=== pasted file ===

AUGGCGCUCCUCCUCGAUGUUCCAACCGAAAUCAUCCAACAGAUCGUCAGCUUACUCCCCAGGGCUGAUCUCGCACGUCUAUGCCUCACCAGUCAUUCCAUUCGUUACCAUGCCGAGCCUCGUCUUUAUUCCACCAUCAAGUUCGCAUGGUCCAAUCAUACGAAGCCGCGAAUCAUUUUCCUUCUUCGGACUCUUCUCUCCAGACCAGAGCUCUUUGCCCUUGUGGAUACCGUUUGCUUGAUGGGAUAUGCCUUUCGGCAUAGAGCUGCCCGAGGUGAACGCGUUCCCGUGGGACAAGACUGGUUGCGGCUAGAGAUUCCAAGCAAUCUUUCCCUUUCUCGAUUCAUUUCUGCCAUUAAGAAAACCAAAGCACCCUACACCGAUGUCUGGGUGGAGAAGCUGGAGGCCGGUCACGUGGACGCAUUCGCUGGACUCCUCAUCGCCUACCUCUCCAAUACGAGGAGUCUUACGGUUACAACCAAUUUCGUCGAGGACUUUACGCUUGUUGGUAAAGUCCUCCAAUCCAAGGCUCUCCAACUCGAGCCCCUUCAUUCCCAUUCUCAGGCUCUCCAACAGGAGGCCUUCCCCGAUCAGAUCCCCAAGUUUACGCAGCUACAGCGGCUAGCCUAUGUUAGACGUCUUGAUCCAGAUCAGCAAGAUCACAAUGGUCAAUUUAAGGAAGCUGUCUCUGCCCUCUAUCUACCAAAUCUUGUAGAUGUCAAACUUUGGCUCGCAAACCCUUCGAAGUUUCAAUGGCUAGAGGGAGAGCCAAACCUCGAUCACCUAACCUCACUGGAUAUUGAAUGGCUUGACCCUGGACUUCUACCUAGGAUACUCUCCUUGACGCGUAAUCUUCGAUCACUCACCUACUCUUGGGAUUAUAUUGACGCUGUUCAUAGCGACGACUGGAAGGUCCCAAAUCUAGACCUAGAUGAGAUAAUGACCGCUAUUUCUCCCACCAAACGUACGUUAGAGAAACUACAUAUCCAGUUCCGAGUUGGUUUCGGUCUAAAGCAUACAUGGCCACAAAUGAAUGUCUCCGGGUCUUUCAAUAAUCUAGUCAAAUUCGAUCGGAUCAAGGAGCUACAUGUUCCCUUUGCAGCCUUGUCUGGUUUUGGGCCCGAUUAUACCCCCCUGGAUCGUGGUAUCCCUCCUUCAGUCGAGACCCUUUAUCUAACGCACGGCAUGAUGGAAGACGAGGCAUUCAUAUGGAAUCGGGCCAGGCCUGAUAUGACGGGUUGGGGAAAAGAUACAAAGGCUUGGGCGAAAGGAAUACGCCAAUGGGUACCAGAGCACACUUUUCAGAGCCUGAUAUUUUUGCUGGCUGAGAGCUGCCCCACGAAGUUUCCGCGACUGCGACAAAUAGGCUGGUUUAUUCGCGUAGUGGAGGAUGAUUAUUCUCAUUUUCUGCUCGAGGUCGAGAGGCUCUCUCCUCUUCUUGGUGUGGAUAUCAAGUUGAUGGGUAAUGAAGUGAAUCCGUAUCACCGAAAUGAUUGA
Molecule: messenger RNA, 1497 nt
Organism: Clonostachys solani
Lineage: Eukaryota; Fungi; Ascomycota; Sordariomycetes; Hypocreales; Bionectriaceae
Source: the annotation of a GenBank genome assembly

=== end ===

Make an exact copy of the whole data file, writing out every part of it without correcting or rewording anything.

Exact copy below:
AUGGCGCUCCUCCUCGAUGUUCCAACCGAAAUCAUCCAACAGAUCGUCAGCUUACUCCCCAGGGCUGAUCUCGCACGUCUAUGCCUCACCAGUCAUUCCAUUCGUUACCAUGCCGAGCCUCGUCUUUAUUCCACCAUCAAGUUCGCAUGGUCCAAUCAUACGAAGCCGCGAAUCAUUUUCCUUCUUCGGACUCUUCUCUCCAGACCAGAGCUCUUUGCCCUUGUGGAUACCGUUUGCUUGAUGGGAUAUGCCUUUCGGCAUAGAGCUGCCCGAGGUGAACGCGUUCCCGUGGGACAAGACUGGUUGCGGCUAGAGAUUCCAAGCAAUCUUUCCCUUUCUCGAUUCAUUUCUGCCAUUAAGAAAACCAAAGCACCCUACACCGAUGUCUGGGUGGAGAAGCUGGAGGCCGGUCACGUGGACGCAUUCGCUGGACUCCUCAUCGCCUACCUCUCCAAUACGAGGAGUCUUACGGUUACAACCAAUUUCGUCGAGGACUUUACGCUUGUUGGUAAAGUCCUCCAAUCCAAGGCUCUCCAACUCGAGCCCCUUCAUUCCCAUUCUCAGGCUCUCCAACAGGAGGCCUUCCCCGAUCAGAUCCCCAAGUUUACGCAGCUACAGCGGCUAGCCUAUGUUAGACGUCUUGAUCCAGAUCAGCAAGAUCACAAUGGUCAAUUUAAGGAAGCUGUCUCUGCCCUCUAUCUACCAAAUCUUGUAGAUGUCAAACUUUGGCUCGCAAACCCUUCGAAGUUUCAAUGGCUAGAGGGAGAGCCAAACCUCGAUCACCUAACCUCACUGGAUAUUGAAUGGCUUGACCCUGGACUUCUACCUAGGAUACUCUCCUUGACGCGUAAUCUUCGAUCACUCACCUACUCUUGGGAUUAUAUUGACGCUGUUCAUAGCGACGACUGGAAGGUCCCAAAUCUAGACCUAGAUGAGAUAAUGACCGCUAUUUCUCCCACCAAACGUACGUUAGAGAAACUACAUAUCCAGUUCCGAGUUGGUUUCGGUCUAAAGCAUACAUGGCCACAAAUGAAUGUCUCCGGGUCUUUCAAUAAUCUAGUCAAAUUCGAUCGGAUCAAGGAGCUACAUGUUCCCUUUGCAGCCUUGUCUGGUUUUGGGCCCGAUUAUACCCCCCUGGAUCGUGGUAUCCCUCCUUCAGUCGAGACCCUUUAUCUAACGCACGGCAUGAUGGAAGACGAGGCAUUCAUAUGGAAUCGGGCCAGGCCUGAUAUGACGGGUUGGGGAAAAGAUACAAAGGCUUGGGCGAAAGGAAUACGCCAAUGGGUACCAGAGCACACUUUUCAGAGCCUGAUAUUUUUGCUGGCUGAGAGCUGCCCCACGAAGUUUCCGCGACUGCGACAAAUAGGCUGGUUUAUUCGCGUAGUGGAGGAUGAUUAUUCUCAUUUUCUGCUCGAGGUCGAGAGGCUCUCUCCUCUUCUUGGUGUGGAUAUCAAGUUGAUGGGUAAUGAAGUGAAUCCGUAUCACCGAAAUGAUUGA
Molecule: messenger RNA, 1497 nt
Organism: Clonostachys solani
Lineage: Eukaryota; Fungi; Ascomycota; Sordariomycetes; Hypocreales; Bionectriaceae
Source: the annotation of a GenBank genome assembly